Medical possibility of mal-order abortion service is being tested

Women who want to have an abortion currently have to visit a clinic; however, new research is looking at the possibility of allowing them to have a medical abortion in their own home.

Research project

In future, women who wish to terminate a pregnancy may be able to use what is being described as a mail-order service, which will see them having a videoconference consultation with an abortion provider before the required abortion medications are sent to their home.

The TelAbortion research project is looking at using telemedicine to allow women who find it difficult to get to an abortion clinic to have a medical abortion at home. While the idea of mail-order abortions is new to the UK and US, women in Australia and British Columbia, Canada already have the right to order abortion pills by mail after consulting a doctor online or over the phone; in addition, some organisations offer medical abortions to women who live in countries where abortion is restricted or unavailable.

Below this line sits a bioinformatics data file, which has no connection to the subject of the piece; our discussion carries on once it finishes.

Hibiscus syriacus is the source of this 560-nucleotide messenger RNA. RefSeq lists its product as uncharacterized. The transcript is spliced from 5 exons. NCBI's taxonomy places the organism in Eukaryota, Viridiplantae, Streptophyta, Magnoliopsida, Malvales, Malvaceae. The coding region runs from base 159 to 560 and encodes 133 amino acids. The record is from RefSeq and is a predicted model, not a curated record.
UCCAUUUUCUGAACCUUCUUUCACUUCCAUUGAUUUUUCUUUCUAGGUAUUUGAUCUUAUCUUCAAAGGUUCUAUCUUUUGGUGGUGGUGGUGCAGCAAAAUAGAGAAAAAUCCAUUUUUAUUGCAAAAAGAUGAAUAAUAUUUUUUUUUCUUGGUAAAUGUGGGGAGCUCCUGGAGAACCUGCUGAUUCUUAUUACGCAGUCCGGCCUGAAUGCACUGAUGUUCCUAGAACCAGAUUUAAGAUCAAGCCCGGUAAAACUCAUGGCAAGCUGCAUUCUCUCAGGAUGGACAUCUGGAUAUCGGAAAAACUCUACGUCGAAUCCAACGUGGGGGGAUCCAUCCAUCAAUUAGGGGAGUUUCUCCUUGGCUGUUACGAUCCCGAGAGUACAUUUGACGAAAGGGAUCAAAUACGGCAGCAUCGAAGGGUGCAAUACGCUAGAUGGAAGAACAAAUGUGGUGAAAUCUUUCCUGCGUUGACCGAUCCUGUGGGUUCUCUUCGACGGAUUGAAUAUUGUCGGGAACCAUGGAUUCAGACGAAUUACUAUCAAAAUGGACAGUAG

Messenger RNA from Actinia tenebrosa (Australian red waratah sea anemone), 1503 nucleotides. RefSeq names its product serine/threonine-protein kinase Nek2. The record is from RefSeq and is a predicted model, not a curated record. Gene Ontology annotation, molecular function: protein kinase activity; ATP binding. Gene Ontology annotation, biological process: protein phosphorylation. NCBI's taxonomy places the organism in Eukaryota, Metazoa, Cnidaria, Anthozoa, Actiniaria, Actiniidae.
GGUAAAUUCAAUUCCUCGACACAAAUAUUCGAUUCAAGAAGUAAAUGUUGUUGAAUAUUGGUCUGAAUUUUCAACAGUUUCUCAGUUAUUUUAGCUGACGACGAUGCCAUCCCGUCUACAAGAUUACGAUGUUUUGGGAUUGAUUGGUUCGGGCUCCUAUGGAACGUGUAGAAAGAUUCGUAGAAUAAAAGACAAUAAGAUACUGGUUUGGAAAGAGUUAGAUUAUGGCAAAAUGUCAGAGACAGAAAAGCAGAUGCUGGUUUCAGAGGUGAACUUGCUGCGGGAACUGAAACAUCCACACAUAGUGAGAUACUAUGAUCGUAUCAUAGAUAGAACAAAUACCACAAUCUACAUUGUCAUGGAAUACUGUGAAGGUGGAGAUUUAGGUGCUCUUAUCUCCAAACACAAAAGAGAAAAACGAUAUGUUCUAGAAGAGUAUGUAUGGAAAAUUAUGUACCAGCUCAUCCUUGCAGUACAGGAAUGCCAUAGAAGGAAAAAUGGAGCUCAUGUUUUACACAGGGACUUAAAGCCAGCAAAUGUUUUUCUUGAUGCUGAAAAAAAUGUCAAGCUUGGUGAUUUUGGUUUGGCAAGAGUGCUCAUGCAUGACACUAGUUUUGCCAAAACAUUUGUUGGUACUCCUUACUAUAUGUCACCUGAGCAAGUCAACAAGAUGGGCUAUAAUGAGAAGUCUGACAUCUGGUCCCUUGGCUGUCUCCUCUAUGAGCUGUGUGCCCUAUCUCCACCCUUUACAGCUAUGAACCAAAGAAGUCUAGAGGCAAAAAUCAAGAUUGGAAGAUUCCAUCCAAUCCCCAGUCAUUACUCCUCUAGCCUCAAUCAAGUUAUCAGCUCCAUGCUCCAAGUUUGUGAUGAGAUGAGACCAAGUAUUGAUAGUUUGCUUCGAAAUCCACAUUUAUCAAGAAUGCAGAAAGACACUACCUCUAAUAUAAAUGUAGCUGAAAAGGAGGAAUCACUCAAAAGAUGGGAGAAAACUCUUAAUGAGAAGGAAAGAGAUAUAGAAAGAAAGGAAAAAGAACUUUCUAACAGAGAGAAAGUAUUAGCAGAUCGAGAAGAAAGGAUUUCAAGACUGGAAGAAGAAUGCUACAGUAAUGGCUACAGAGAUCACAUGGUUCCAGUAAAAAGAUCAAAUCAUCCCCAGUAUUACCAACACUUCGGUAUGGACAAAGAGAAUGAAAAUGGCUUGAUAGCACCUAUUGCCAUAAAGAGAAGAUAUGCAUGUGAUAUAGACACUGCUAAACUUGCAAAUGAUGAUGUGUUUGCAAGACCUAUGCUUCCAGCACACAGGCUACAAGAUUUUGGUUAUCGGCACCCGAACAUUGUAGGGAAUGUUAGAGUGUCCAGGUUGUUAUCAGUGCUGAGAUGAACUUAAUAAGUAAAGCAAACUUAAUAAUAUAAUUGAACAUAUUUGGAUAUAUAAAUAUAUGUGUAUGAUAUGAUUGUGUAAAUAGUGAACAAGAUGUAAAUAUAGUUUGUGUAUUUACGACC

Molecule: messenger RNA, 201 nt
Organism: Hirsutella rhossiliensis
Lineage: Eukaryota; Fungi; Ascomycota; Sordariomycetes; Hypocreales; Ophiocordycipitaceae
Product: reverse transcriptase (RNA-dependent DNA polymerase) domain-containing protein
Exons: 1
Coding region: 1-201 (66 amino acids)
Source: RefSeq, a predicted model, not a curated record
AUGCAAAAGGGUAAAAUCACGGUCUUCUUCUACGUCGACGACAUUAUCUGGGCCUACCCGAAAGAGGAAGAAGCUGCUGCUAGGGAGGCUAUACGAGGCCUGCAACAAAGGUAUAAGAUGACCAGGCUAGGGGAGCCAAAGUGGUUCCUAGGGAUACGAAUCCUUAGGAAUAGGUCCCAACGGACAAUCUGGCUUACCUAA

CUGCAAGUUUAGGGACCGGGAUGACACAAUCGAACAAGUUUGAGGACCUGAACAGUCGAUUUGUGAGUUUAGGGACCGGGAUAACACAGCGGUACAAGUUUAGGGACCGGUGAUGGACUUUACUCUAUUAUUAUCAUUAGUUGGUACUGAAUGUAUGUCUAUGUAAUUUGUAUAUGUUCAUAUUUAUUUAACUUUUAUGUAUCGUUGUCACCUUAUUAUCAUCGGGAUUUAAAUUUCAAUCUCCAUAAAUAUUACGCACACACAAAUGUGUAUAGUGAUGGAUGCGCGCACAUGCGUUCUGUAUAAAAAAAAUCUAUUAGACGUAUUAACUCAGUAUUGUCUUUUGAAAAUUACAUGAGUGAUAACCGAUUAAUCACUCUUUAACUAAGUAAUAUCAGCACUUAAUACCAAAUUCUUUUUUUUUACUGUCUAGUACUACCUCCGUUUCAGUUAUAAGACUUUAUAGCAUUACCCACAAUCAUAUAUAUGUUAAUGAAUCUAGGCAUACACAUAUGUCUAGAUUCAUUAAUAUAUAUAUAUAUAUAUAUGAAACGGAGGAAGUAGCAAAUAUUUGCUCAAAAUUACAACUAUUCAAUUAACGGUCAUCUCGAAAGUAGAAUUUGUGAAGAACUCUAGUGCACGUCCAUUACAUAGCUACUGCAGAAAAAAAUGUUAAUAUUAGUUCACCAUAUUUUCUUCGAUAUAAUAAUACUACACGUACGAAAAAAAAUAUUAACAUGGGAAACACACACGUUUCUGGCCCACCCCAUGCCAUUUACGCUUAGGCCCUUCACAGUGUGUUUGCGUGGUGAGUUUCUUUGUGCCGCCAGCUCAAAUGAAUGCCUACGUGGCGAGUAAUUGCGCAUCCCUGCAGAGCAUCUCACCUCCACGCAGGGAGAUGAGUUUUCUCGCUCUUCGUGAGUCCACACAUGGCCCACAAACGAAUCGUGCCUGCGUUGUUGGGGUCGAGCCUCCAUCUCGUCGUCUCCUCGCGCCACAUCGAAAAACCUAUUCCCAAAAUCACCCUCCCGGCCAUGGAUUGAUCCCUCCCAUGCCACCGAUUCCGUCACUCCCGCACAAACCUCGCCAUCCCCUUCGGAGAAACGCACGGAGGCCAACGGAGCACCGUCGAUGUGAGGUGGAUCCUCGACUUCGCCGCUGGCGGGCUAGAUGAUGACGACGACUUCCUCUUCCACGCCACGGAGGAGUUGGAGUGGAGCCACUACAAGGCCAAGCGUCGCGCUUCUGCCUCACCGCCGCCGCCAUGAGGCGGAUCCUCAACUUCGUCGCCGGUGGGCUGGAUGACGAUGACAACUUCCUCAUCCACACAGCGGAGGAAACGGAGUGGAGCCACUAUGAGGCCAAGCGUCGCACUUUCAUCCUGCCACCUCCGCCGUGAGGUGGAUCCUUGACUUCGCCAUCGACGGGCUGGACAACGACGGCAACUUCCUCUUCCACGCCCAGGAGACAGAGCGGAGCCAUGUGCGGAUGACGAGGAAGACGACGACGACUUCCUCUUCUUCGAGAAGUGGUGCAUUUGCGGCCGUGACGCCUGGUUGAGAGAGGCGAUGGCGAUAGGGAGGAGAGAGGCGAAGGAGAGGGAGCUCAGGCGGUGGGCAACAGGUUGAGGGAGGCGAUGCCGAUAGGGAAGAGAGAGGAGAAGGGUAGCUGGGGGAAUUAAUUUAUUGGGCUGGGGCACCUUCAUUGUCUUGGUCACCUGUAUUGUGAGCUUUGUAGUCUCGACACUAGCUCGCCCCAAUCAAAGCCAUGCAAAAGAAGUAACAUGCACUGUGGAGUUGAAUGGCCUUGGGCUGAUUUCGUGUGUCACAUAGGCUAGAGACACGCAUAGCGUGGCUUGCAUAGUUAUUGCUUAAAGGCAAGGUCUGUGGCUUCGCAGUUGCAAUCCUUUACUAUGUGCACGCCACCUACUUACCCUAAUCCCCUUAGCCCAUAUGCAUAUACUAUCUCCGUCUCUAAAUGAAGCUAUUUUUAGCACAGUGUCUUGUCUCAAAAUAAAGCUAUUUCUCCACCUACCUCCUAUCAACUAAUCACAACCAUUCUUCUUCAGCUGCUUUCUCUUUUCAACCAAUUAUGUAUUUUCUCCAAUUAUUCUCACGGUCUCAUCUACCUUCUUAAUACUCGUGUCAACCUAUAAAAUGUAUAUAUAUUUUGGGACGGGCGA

Online drugs

The abortion medicines being looked at are mifepristone and misoprostol. According to Planned Parenthood, mifepristone (trade name Mifeprex) works by blocking the hormone progesterone, causing the lining of the uterus to break down and ending the pregnancy. Misoprostol, which is taken 24 to 48 hours later, causes the uterus to empty. The trade names for misoprostol include Cytotec.


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As with any medical research project, experienced staff are required to ensure the data collected is robust and accurate. Many medical companies will use a contract research organization to facilitate this.

A contract research organization supports research projects and clinical trials to ensure their success. When looking at evaluating any medical procedure or medicine, you might wonder where can I find a contract research organization? You will also need to make sure the one you choose has a proven reputation.

The New York Times has reported that 12 women have taken part in the study, with 11 who took the medication reporting no complications.

While the FDA warns against buying the drugs online, TelAbortion says women are given the same medications they would receive in a clinic and undergo the same evaluation procedures.

A mail-order or telemedical abortion may therefore be safe for many women who are less than 10 weeks pregnant who want to avoid a surgically-induced abortion.

This article was written by Mike

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